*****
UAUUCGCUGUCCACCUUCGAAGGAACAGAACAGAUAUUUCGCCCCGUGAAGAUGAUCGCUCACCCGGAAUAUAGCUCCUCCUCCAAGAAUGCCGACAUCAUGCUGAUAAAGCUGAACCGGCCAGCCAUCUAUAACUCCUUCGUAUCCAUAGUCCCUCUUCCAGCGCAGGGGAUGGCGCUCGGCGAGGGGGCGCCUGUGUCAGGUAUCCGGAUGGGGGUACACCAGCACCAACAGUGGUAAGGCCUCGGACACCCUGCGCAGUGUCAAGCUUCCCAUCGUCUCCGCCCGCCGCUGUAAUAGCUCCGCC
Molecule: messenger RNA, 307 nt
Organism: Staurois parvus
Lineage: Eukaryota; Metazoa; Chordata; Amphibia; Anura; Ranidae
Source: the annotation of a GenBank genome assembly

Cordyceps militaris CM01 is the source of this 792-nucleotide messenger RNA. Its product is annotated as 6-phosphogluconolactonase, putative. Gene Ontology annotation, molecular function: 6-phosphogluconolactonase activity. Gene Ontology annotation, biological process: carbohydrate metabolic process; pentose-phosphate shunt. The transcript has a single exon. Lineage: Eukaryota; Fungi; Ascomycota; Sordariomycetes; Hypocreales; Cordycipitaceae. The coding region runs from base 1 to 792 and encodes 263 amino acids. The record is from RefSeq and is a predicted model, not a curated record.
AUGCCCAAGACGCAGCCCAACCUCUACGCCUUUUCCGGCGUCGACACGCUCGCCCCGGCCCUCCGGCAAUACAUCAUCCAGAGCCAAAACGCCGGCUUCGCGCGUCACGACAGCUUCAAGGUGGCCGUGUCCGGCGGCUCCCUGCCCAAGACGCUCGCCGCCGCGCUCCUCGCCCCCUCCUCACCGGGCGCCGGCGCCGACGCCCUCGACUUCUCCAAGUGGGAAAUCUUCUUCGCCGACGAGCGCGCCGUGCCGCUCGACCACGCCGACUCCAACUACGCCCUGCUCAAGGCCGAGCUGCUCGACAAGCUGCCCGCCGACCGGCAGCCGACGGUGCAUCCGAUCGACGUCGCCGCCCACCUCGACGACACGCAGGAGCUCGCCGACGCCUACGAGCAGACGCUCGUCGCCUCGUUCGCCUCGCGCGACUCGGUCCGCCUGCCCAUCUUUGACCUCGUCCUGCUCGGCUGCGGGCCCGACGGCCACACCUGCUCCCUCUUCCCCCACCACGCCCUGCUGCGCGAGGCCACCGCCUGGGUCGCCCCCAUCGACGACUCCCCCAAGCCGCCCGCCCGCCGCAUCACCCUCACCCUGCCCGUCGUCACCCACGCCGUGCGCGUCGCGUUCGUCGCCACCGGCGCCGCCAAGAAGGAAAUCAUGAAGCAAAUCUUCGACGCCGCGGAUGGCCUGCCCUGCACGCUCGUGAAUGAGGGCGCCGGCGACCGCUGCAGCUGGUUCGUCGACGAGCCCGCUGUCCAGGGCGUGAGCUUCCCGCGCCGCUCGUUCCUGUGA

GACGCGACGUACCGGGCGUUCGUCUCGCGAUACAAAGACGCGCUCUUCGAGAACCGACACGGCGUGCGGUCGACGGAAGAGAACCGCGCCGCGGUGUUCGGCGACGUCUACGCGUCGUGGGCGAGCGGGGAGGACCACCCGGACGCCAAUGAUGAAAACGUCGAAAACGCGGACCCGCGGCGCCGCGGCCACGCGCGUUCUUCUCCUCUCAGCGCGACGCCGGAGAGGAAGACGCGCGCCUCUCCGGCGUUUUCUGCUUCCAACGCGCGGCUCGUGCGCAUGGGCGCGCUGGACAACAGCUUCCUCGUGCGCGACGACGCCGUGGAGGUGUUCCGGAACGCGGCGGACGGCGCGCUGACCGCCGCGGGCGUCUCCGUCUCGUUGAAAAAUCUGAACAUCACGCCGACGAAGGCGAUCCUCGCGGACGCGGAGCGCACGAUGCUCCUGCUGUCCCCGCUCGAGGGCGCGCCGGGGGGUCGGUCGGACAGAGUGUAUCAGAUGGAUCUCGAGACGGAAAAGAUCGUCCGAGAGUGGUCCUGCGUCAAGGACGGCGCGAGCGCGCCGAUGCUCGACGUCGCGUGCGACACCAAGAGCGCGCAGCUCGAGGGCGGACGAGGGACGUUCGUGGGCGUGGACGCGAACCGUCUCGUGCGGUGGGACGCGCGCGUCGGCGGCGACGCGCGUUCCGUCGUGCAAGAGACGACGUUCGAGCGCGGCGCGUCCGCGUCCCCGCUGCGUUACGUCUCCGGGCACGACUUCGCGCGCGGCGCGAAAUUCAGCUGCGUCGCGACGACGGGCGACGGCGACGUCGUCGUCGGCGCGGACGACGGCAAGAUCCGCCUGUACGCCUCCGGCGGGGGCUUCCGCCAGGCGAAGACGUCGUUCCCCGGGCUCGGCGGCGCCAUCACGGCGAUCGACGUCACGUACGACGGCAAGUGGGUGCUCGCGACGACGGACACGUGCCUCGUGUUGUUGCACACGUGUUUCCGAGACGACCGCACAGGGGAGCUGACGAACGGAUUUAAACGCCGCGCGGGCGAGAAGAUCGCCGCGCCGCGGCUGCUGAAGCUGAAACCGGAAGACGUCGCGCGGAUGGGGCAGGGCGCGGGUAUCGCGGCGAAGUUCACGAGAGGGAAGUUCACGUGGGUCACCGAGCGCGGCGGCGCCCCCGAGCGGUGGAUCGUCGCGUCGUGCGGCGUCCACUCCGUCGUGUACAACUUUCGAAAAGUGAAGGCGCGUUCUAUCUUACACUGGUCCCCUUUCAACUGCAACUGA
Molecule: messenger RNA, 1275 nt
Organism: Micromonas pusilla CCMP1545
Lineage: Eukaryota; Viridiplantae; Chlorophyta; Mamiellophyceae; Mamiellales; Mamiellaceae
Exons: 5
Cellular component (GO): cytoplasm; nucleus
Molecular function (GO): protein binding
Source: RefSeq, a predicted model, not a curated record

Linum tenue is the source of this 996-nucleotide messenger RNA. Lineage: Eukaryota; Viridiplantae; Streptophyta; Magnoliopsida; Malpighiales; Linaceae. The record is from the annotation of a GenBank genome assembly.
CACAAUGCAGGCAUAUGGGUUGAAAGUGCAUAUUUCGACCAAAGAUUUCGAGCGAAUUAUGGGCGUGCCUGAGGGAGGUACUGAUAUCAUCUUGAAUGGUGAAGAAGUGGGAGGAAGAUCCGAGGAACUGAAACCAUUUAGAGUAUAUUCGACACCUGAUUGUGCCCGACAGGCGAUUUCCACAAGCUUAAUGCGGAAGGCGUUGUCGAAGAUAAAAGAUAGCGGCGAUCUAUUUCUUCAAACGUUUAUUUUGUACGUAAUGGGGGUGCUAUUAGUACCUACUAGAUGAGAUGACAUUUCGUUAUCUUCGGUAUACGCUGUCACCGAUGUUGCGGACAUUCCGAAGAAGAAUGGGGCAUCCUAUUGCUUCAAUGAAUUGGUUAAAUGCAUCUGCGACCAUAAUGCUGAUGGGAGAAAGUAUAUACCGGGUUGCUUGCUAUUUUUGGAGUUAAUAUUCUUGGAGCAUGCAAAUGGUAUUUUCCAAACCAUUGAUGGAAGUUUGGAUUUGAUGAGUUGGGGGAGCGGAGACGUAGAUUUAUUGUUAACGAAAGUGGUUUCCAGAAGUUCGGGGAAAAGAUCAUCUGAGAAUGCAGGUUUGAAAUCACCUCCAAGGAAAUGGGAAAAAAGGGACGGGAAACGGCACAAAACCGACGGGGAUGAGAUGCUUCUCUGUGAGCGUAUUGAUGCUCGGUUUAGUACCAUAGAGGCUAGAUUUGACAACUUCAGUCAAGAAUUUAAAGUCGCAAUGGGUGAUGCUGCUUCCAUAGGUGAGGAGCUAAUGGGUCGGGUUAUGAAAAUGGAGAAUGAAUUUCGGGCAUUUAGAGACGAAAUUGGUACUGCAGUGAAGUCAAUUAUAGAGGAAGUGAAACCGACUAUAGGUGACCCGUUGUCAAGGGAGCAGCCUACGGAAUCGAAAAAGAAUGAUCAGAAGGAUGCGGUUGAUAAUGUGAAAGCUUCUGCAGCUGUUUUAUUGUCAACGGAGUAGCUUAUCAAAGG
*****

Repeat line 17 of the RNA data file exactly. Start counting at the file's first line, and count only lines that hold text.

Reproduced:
CACAAUGCAGGCAUAUGGGUUGAAAGUGCAUAUUUCGACCAAAGAUUUCGAGCGAAUUAUGGGCGUGCCUGAGGGAGGUACUGAUAUCAUCUUGAAUGGUGAAGAAGUGGGAGGAAGAUCCGAGGAACUGAAACCAUUUAGAGUAUAUUCGACACCUGAUUGUGCCCGACAGGCGAUUUCCACAAGCUUAAUGCGGAAGGCGUUGUCGAAGAUAAAAGAUAGCGGCGAUCUAUUUCUUCAAACGUUUAUUUUGUACGUAAUGGGGGUGCUAUUAGUACCUACUAGAUGAGAUGACAUUUCGUUAUCUUCGGUAUACGCUGUCACCGAUGUUGCGGACAUUCCGAAGAAGAAUGGGGCAUCCUAUUGCUUCAAUGAAUUGGUUAAAUGCAUCUGCGACCAUAAUGCUGAUGGGAGAAAGUAUAUACCGGGUUGCUUGCUAUUUUUGGAGUUAAUAUUCUUGGAGCAUGCAAAUGGUAUUUUCCAAACCAUUGAUGGAAGUUUGGAUUUGAUGAGUUGGGGGAGCGGAGACGUAGAUUUAUUGUUAACGAAAGUGGUUUCCAGAAGUUCGGGGAAAAGAUCAUCUGAGAAUGCAGGUUUGAAAUCACCUCCAAGGAAAUGGGAAAAAAGGGACGGGAAACGGCACAAAACCGACGGGGAUGAGAUGCUUCUCUGUGAGCGUAUUGAUGCUCGGUUUAGUACCAUAGAGGCUAGAUUUGACAACUUCAGUCAAGAAUUUAAAGUCGCAAUGGGUGAUGCUGCUUCCAUAGGUGAGGAGCUAAUGGGUCGGGUUAUGAAAAUGGAGAAUGAAUUUCGGGCAUUUAGAGACGAAAUUGGUACUGCAGUGAAGUCAAUUAUAGAGGAAGUGAAACCGACUAUAGGUGACCCGUUGUCAAGGGAGCAGCCUACGGAAUCGAAAAAGAAUGAUCAGAAGGAUGCGGUUGAUAAUGUGAAAGCUUCUGCAGCUGUUUUAUUGUCAACGGAGUAGCUUAUCAAAGG